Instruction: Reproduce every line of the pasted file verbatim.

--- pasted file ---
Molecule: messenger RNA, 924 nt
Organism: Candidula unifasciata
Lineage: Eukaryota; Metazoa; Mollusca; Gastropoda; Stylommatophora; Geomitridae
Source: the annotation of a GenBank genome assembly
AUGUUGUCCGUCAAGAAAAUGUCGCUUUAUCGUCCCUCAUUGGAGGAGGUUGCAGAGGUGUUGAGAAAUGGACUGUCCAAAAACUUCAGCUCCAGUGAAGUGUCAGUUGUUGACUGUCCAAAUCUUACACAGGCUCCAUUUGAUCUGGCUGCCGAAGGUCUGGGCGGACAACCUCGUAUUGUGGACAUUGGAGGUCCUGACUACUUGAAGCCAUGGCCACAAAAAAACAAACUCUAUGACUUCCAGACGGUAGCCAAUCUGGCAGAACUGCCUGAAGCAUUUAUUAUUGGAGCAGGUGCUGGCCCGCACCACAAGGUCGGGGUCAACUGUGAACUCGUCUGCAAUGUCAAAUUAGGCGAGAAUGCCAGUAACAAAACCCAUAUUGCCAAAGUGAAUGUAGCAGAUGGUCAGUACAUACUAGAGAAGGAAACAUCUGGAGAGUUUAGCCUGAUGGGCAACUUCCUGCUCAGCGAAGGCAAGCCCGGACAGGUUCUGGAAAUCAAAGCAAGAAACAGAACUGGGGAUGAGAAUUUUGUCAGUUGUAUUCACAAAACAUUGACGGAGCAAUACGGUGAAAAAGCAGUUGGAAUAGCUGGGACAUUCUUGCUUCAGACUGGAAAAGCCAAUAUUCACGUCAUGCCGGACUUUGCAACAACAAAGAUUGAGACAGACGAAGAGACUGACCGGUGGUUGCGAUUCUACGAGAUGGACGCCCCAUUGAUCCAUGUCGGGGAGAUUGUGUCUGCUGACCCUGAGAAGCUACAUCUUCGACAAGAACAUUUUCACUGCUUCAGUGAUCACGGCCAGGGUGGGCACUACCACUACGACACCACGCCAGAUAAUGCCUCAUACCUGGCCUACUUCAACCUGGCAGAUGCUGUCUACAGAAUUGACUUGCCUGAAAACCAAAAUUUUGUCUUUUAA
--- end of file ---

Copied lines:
Molecule: messenger RNA, 924 nt
Organism: Candidula unifasciata
Lineage: Eukaryota; Metazoa; Mollusca; Gastropoda; Stylommatophora; Geomitridae
Source: the annotation of a GenBank genome assembly
AUGUUGUCCGUCAAGAAAAUGUCGCUUUAUCGUCCCUCAUUGGAGGAGGUUGCAGAGGUGUUGAGAAAUGGACUGUCCAAAAACUUCAGCUCCAGUGAAGUGUCAGUUGUUGACUGUCCAAAUCUUACACAGGCUCCAUUUGAUCUGGCUGCCGAAGGUCUGGGCGGACAACCUCGUAUUGUGGACAUUGGAGGUCCUGACUACUUGAAGCCAUGGCCACAAAAAAACAAACUCUAUGACUUCCAGACGGUAGCCAAUCUGGCAGAACUGCCUGAAGCAUUUAUUAUUGGAGCAGGUGCUGGCCCGCACCACAAGGUCGGGGUCAACUGUGAACUCGUCUGCAAUGUCAAAUUAGGCGAGAAUGCCAGUAACAAAACCCAUAUUGCCAAAGUGAAUGUAGCAGAUGGUCAGUACAUACUAGAGAAGGAAACAUCUGGAGAGUUUAGCCUGAUGGGCAACUUCCUGCUCAGCGAAGGCAAGCCCGGACAGGUUCUGGAAAUCAAAGCAAGAAACAGAACUGGGGAUGAGAAUUUUGUCAGUUGUAUUCACAAAACAUUGACGGAGCAAUACGGUGAAAAAGCAGUUGGAAUAGCUGGGACAUUCUUGCUUCAGACUGGAAAAGCCAAUAUUCACGUCAUGCCGGACUUUGCAACAACAAAGAUUGAGACAGACGAAGAGACUGACCGGUGGUUGCGAUUCUACGAGAUGGACGCCCCAUUGAUCCAUGUCGGGGAGAUUGUGUCUGCUGACCCUGAGAAGCUACAUCUUCGACAAGAACAUUUUCACUGCUUCAGUGAUCACGGCCAGGGUGGGCACUACCACUACGACACCACGCCAGAUAAUGCCUCAUACCUGGCCUACUUCAACCUGGCAGAUGCUGUCUACAGAAUUGACUUGCCUGAAAACCAAAAUUUUGUCUUUUAA